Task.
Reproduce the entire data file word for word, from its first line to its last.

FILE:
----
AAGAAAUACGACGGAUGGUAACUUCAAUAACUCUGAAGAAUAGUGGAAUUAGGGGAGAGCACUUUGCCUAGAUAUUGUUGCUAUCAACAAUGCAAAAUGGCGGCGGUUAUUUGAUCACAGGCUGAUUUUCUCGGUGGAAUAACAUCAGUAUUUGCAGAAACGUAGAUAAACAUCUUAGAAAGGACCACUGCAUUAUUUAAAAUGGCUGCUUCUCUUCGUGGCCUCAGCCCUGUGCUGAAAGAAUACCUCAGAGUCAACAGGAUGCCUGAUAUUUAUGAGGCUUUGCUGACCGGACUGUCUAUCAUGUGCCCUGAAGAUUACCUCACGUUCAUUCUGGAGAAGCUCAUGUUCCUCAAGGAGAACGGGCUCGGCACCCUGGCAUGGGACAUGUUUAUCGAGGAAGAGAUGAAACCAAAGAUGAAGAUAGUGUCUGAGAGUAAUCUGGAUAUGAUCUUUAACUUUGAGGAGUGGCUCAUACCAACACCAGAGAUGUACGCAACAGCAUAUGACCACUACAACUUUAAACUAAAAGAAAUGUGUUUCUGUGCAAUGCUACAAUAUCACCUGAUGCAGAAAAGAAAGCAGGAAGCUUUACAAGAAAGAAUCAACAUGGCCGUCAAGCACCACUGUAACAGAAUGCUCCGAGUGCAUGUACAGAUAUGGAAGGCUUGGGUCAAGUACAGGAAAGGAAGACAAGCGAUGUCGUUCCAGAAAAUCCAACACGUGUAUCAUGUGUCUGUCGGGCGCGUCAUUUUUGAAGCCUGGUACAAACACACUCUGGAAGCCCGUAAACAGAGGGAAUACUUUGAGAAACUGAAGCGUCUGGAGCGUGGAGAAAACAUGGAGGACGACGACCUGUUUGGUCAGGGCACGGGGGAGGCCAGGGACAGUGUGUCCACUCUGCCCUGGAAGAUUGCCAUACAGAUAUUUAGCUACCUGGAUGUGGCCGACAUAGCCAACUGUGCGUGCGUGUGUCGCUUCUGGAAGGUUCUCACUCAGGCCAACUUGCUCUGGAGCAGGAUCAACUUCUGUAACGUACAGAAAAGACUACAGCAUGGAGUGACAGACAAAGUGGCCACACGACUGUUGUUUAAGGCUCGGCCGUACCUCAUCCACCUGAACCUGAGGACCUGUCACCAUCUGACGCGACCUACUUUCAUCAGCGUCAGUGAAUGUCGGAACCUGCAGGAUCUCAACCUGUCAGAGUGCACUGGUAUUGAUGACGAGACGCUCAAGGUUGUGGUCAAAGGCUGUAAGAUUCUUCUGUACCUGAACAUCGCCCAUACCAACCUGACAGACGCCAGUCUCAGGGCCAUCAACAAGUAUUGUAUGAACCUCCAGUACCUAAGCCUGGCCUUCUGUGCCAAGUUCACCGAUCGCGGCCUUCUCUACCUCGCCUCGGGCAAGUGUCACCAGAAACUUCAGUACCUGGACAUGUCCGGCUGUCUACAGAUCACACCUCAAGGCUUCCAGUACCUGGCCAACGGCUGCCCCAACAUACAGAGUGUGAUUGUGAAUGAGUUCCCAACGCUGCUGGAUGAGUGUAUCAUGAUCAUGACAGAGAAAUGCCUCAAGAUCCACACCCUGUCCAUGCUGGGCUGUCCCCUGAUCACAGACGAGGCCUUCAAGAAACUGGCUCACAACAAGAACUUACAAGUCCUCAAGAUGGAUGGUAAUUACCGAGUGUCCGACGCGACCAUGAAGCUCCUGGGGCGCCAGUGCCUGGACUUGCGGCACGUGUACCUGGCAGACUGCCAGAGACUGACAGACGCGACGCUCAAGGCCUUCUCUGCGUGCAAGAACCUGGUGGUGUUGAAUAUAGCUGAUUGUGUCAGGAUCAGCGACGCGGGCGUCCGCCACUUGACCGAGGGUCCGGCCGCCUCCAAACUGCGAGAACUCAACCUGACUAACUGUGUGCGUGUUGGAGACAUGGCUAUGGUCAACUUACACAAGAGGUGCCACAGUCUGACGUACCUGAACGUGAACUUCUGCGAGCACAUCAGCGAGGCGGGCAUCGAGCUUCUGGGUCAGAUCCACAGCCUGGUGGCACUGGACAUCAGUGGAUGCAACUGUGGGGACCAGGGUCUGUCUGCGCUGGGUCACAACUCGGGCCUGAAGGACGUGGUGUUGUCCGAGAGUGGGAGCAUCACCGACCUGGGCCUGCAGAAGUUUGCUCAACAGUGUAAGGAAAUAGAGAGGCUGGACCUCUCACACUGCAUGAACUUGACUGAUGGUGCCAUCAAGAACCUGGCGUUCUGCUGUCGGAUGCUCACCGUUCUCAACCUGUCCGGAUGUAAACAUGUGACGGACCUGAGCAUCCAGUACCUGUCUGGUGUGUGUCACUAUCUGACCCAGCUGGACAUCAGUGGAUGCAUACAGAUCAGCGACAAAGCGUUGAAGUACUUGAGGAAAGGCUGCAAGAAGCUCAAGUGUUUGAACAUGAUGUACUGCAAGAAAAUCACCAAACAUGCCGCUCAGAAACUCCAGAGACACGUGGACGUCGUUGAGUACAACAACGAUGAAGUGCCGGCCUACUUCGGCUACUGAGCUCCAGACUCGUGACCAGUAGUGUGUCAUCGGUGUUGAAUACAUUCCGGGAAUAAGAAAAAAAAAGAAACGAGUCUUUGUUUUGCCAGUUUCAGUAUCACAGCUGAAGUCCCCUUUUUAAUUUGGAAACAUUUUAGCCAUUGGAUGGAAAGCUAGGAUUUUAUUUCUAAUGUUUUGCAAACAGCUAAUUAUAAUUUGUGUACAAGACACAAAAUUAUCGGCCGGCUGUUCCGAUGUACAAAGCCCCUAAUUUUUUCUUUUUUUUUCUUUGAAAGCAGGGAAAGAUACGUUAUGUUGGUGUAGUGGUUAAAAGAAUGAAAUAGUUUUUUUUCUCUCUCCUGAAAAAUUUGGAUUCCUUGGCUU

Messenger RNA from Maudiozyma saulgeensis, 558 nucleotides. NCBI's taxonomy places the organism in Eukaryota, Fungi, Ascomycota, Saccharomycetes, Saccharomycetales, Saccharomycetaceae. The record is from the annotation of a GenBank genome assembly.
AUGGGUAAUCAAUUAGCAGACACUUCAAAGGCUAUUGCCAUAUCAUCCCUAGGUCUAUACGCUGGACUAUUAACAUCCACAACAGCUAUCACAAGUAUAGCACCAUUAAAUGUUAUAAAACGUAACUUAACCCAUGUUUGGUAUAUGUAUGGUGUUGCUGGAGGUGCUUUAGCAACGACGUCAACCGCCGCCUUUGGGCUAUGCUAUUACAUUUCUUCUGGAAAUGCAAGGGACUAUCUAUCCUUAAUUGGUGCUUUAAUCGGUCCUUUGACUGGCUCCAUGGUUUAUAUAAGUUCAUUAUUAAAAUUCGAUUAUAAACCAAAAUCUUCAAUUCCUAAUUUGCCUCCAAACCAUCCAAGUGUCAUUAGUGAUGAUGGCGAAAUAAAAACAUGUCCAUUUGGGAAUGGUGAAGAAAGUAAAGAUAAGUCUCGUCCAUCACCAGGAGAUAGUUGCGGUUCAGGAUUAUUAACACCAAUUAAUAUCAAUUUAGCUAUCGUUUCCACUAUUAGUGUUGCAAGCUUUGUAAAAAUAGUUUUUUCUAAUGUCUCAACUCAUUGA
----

AAGAAAUACGACGGAUGGUAACUUCAAUAACUCUGAAGAAUAGUGGAAUUAGGGGAGAGCACUUUGCCUAGAUAUUGUUGCUAUCAACAAUGCAAAAUGGCGGCGGUUAUUUGAUCACAGGCUGAUUUUCUCGGUGGAAUAACAUCAGUAUUUGCAGAAACGUAGAUAAACAUCUUAGAAAGGACCACUGCAUUAUUUAAAAUGGCUGCUUCUCUUCGUGGCCUCAGCCCUGUGCUGAAAGAAUACCUCAGAGUCAACAGGAUGCCUGAUAUUUAUGAGGCUUUGCUGACCGGACUGUCUAUCAUGUGCCCUGAAGAUUACCUCACGUUCAUUCUGGAGAAGCUCAUGUUCCUCAAGGAGAACGGGCUCGGCACCCUGGCAUGGGACAUGUUUAUCGAGGAAGAGAUGAAACCAAAGAUGAAGAUAGUGUCUGAGAGUAAUCUGGAUAUGAUCUUUAACUUUGAGGAGUGGCUCAUACCAACACCAGAGAUGUACGCAACAGCAUAUGACCACUACAACUUUAAACUAAAAGAAAUGUGUUUCUGUGCAAUGCUACAAUAUCACCUGAUGCAGAAAAGAAAGCAGGAAGCUUUACAAGAAAGAAUCAACAUGGCCGUCAAGCACCACUGUAACAGAAUGCUCCGAGUGCAUGUACAGAUAUGGAAGGCUUGGGUCAAGUACAGGAAAGGAAGACAAGCGAUGUCGUUCCAGAAAAUCCAACACGUGUAUCAUGUGUCUGUCGGGCGCGUCAUUUUUGAAGCCUGGUACAAACACACUCUGGAAGCCCGUAAACAGAGGGAAUACUUUGAGAAACUGAAGCGUCUGGAGCGUGGAGAAAACAUGGAGGACGACGACCUGUUUGGUCAGGGCACGGGGGAGGCCAGGGACAGUGUGUCCACUCUGCCCUGGAAGAUUGCCAUACAGAUAUUUAGCUACCUGGAUGUGGCCGACAUAGCCAACUGUGCGUGCGUGUGUCGCUUCUGGAAGGUUCUCACUCAGGCCAACUUGCUCUGGAGCAGGAUCAACUUCUGUAACGUACAGAAAAGACUACAGCAUGGAGUGACAGACAAAGUGGCCACACGACUGUUGUUUAAGGCUCGGCCGUACCUCAUCCACCUGAACCUGAGGACCUGUCACCAUCUGACGCGACCUACUUUCAUCAGCGUCAGUGAAUGUCGGAACCUGCAGGAUCUCAACCUGUCAGAGUGCACUGGUAUUGAUGACGAGACGCUCAAGGUUGUGGUCAAAGGCUGUAAGAUUCUUCUGUACCUGAACAUCGCCCAUACCAACCUGACAGACGCCAGUCUCAGGGCCAUCAACAAGUAUUGUAUGAACCUCCAGUACCUAAGCCUGGCCUUCUGUGCCAAGUUCACCGAUCGCGGCCUUCUCUACCUCGCCUCGGGCAAGUGUCACCAGAAACUUCAGUACCUGGACAUGUCCGGCUGUCUACAGAUCACACCUCAAGGCUUCCAGUACCUGGCCAACGGCUGCCCCAACAUACAGAGUGUGAUUGUGAAUGAGUUCCCAACGCUGCUGGAUGAGUGUAUCAUGAUCAUGACAGAGAAAUGCCUCAAGAUCCACACCCUGUCCAUGCUGGGCUGUCCCCUGAUCACAGACGAGGCCUUCAAGAAACUGGCUCACAACAAGAACUUACAAGUCCUCAAGAUGGAUGGUAAUUACCGAGUGUCCGACGCGACCAUGAAGCUCCUGGGGCGCCAGUGCCUGGACUUGCGGCACGUGUACCUGGCAGACUGCCAGAGACUGACAGACGCGACGCUCAAGGCCUUCUCUGCGUGCAAGAACCUGGUGGUGUUGAAUAUAGCUGAUUGUGUCAGGAUCAGCGACGCGGGCGUCCGCCACUUGACCGAGGGUCCGGCCGCCUCCAAACUGCGAGAACUCAACCUGACUAACUGUGUGCGUGUUGGAGACAUGGCUAUGGUCAACUUACACAAGAGGUGCCACAGUCUGACGUACCUGAACGUGAACUUCUGCGAGCACAUCAGCGAGGCGGGCAUCGAGCUUCUGGGUCAGAUCCACAGCCUGGUGGCACUGGACAUCAGUGGAUGCAACUGUGGGGACCAGGGUCUGUCUGCGCUGGGUCACAACUCGGGCCUGAAGGACGUGGUGUUGUCCGAGAGUGGGAGCAUCACCGACCUGGGCCUGCAGAAGUUUGCUCAACAGUGUAAGGAAAUAGAGAGGCUGGACCUCUCACACUGCAUGAACUUGACUGAUGGUGCCAUCAAGAACCUGGCGUUCUGCUGUCGGAUGCUCACCGUUCUCAACCUGUCCGGAUGUAAACAUGUGACGGACCUGAGCAUCCAGUACCUGUCUGGUGUGUGUCACUAUCUGACCCAGCUGGACAUCAGUGGAUGCAUACAGAUCAGCGACAAAGCGUUGAAGUACUUGAGGAAAGGCUGCAAGAAGCUCAAGUGUUUGAACAUGAUGUACUGCAAGAAAAUCACCAAACAUGCCGCUCAGAAACUCCAGAGACACGUGGACGUCGUUGAGUACAACAACGAUGAAGUGCCGGCCUACUUCGGCUACUGAGCUCCAGACUCGUGACCAGUAGUGUGUCAUCGGUGUUGAAUACAUUCCGGGAAUAAGAAAAAAAAAGAAACGAGUCUUUGUUUUGCCAGUUUCAGUAUCACAGCUGAAGUCCCCUUUUUAAUUUGGAAACAUUUUAGCCAUUGGAUGGAAAGCUAGGAUUUUAUUUCUAAUGUUUUGCAAACAGCUAAUUAUAAUUUGUGUACAAGACACAAAAUUAUCGGCCGGCUGUUCCGAUGUACAAAGCCCCUAAUUUUUUCUUUUUUUUUCUUUGAAAGCAGGGAAAGAUACGUUAUGUUGGUGUAGUGGUUAAAAGAAUGAAAUAGUUUUUUUUCUCUCUCCUGAAAAAUUUGGAUUCCUUGGCUU

Messenger RNA from Maudiozyma saulgeensis, 558 nucleotides. NCBI's taxonomy places the organism in Eukaryota, Fungi, Ascomycota, Saccharomycetes, Saccharomycetales, Saccharomycetaceae. The record is from the annotation of a GenBank genome assembly.
AUGGGUAAUCAAUUAGCAGACACUUCAAAGGCUAUUGCCAUAUCAUCCCUAGGUCUAUACGCUGGACUAUUAACAUCCACAACAGCUAUCACAAGUAUAGCACCAUUAAAUGUUAUAAAACGUAACUUAACCCAUGUUUGGUAUAUGUAUGGUGUUGCUGGAGGUGCUUUAGCAACGACGUCAACCGCCGCCUUUGGGCUAUGCUAUUACAUUUCUUCUGGAAAUGCAAGGGACUAUCUAUCCUUAAUUGGUGCUUUAAUCGGUCCUUUGACUGGCUCCAUGGUUUAUAUAAGUUCAUUAUUAAAAUUCGAUUAUAAACCAAAAUCUUCAAUUCCUAAUUUGCCUCCAAACCAUCCAAGUGUCAUUAGUGAUGAUGGCGAAAUAAAAACAUGUCCAUUUGGGAAUGGUGAAGAAAGUAAAGAUAAGUCUCGUCCAUCACCAGGAGAUAGUUGCGGUUCAGGAUUAUUAACACCAAUUAAUAUCAAUUUAGCUAUCGUUUCCACUAUUAGUGUUGCAAGCUUUGUAAAAAUAGUUUUUUCUAAUGUCUCAACUCAUUGA